Tim Buel at Critical Juncture

Thursday, January 28, 2010 at 4:57 pm

Another week is upon us, which means it’s time for another star-studded edition of Critical Juncture, the segment where we interview film critics, bloggers, and other assorted experts on the realm of cinema. This week’s guest is Tim Buel, a director/writer/editor who handles the duties in L.A. for the site We Are Movie Geeks.

If you’re not familiar with We Are Movie Geeks, you need to check it out. Claiming to be “all things movies…as noted by geeks,” they offer tons of cinema news and interviews, plus they cover film festivals such as Sundance, Tribeca, South by Southwest, Fangoria, and many more. They only launched in 2007, but they’ve already become a leading name for those with a celluloid obsession.

As for Tim Buel, he grew up in southern California and has been a fan of movies from a young age. He used to run the website Fliktalk, but he moved to WeAreMovieGeeks when that site closed its doors in 2009. In addition to making short films (and possibly some feature films in 2010), Tim hosts The Golden Briefcase podcast for WAMG. If you like movies, you should check it out just as soon as you finish reading this interview. You can also follow Tim Buel on Twitter, and he deserves the attention a lot more than that damned Ashton Kutcher.

Some of Tim’s fave TV shows include Dexter, The Sopranos, Lost, The Office and South Park. As for his favorite movies…well, just keep reading.

Only Good Movies: What’s the first movie that you remember seeing?
Tim Buel: Honestly I can’t remember, but the most vivid and early recollection was probably A New Hope when I was 5 years old or so.

OGM: What’s the most recent movie you’ve seen?
TB: New? Up In the Air was the last I saw in theaters. Wonderful film.

OGM: Is there a particular film which you feel is criminally underrated?
TB: Tons. But in recent years I would say The Fountain (Darren Aronofsky).

OGM: Which director do you feel has turned out the best overall body of work?
TB: Probably Martin Scorsese due to his classic stuff. I think Danny Boyle will be up there someday due to his diversity.

OGM: From an artistic standpoint, which film do you think is most important?
TB: Man. That’s tough. I would say anything David Lynch has done. He really showed people that there is a box that most people carefully think inside and how drastically he works out of it.

OGM: All artsy considerations aside, which movie is your personal favorite?
TB: Tons of top favorites, but I love The Return of the King (Extended Edition), Goodfellas, Boogie Nights, Alien. But as I said, MANY many films come in under my favorites category.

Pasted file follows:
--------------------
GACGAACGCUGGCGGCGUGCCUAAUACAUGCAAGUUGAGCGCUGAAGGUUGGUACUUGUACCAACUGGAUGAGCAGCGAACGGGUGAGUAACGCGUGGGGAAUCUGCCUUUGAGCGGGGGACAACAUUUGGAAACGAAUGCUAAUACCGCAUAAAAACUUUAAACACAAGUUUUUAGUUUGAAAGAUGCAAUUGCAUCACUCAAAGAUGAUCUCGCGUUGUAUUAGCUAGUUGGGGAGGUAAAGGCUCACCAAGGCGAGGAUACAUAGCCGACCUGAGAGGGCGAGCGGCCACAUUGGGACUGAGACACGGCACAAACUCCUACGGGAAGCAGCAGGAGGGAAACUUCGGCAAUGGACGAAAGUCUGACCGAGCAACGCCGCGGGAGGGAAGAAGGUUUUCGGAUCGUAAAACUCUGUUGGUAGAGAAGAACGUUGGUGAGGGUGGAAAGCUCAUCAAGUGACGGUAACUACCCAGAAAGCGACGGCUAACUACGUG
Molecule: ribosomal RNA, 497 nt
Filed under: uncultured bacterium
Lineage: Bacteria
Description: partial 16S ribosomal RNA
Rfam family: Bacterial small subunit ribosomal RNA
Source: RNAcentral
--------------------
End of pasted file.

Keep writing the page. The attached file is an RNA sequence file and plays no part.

OGM: In your opinion, which film is entirely overrated?
TB: American Beauty.

OGM: Have you ever walked out of the theatre during a film? If so, what movie was playing?
TB: Naw, I always try to sit through the whole thing. Tickets are just too expensive. I may have when I was younger, but I honestly don’t think I have.

OGM: In your mind, what’s the ultimate goal of a movie critic?
TB: To share your thoughts regarding film with the general public, with hopes that they will be able to easily relate and agree (or maybe argue, who knows?). To educate is essentially the way I want to see it. Too many people view films as ONLY entertainment, when they are in fact art and entertainment. I think more people need to understand that.

OGM: Time to look into the future. Do you predict any major changes for the movie industry over the next 25 years?
TB: Not 3D, as much as people would like to believe. I think we are going to see more simultaneous format releases (DVD, Bluray, Theatrical and VOD). Just seems logical to me. Home theaters are so common now, there is often little reason to risk a rough theater experience.

OGM: Here’s another chance to predict the future. Name a relatively unknown actor or actress who’ll be a huge star within five years.
TB: He’s getting there already, but I have always loved Joseph Gorden-Levitt. That kid has chops.

OGM: Who’s your favorite movie critic to read?
TB: Roger Ebert, Harry Knowles, Peter Sciretta, David Chen, Neil Miller, Devin Feraci, and many others. I may not always agree with them, but those chaps know their films.

Thanks again to Tim Buel for taking part in Critical Juncture. Join us again next week for yet another exciting guest. Until then, why not read a few of the following:

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